Animals burrow for a variety of reasons, such as nesting, hibernation, food supply and warmth. Some animals even take advantage of burrows that other animals have made without having to do the digging themselves. Others only use their burrows as an opportunity to ambush unsuspecting prey. Burrowing animals are represented in all of the classes of the animal kingdom.
Many mammals live in burrows. Some of the most common burrowing animals found in North America include various types of mice, moles, prairie dogs, badgers and ground squirrels. Burrows not only serve as a home for these creatures, but also benefit the environment by aerating the soil. These creatures also fertilize the soil by leaving their droppings and nesting materials below ground, and encourage plant growth by depositing seeds throughout their underground tunnels. Since many of these animals are prey animals, these burrows offer some measure of protection from non-burrowing predators.
Reptiles are ectothermic, or cold-blooded. Because of this, they rely on their environment to provide the heat necessary to maintain body functions such as digestion, circulation, respiration and reproduction. The temperature underground is much more consistent than on the surface, making burrowing reptiles quite common. Many snakes and lizards spend considerable time underground, either to keep warm or to avoid being eaten. Turtles do not live underground, but do lay their eggs in buried nests; unfortunately this doesn’t always deter predators from finding and eating their eggs.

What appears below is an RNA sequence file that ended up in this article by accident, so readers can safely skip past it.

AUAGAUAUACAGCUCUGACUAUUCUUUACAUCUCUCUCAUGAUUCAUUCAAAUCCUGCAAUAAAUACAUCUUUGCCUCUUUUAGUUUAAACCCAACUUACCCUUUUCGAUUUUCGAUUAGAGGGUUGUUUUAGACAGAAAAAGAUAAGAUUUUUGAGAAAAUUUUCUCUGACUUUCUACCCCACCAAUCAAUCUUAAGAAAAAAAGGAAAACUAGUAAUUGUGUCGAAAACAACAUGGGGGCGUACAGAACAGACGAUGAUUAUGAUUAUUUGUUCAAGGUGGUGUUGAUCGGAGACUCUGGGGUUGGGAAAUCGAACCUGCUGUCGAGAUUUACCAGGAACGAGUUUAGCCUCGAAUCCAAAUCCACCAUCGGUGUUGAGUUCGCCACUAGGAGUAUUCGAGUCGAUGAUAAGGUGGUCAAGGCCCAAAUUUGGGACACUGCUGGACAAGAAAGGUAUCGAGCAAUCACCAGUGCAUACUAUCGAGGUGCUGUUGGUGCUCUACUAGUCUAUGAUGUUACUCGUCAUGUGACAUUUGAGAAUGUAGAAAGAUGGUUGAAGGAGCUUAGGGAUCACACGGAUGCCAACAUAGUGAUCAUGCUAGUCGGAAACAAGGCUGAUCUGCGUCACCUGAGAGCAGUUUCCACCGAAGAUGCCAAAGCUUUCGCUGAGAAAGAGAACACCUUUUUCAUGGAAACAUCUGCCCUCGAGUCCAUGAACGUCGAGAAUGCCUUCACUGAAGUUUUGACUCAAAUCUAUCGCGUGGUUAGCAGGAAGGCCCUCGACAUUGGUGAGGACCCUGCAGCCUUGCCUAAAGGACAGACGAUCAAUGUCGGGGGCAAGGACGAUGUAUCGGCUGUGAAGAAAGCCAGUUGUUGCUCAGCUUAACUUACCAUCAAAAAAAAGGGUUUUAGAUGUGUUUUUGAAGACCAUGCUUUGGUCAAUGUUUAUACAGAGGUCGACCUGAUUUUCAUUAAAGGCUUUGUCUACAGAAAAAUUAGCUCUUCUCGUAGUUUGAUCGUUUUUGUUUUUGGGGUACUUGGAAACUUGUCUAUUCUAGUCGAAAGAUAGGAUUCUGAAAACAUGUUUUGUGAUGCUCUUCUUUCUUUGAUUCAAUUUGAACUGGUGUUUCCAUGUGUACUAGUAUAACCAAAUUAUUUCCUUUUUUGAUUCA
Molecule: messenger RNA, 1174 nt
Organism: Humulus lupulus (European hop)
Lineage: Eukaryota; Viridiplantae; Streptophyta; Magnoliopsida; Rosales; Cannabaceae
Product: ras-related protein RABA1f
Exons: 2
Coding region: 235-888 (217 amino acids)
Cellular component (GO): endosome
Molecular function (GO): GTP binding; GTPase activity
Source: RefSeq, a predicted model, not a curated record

Amphibians require moisture so that their smooth, scaleless skin does not dry out. Moisture levels are higher under the surface of the ground; for this reason, most amphibians spend much of their time under rocks or logs, or in shallow burrows. Frogs, toads and salamanders maintain optimal moisture levels by staying nestled in moist earth.
Fish use their fins to kick up sand from the ocean floor and cover themselves. This provides valuable camouflage, allowing them to remain invisible to predators. It also makes them invisible to their prey. When an unsuspecting fish swims past, these fish pop up from under the sand and scoop them up in their mouths. Some fish that use this natural cover are the flounder, gobie, angel shark and various types of rays.
While birds are typically associated with trees and flight, there are some birds that build their nests and rear their young underground, or in burrows dug into cliff walls. Some of these birds include kingfishers, European rollers, ground woodpeckers and the burrowing owls.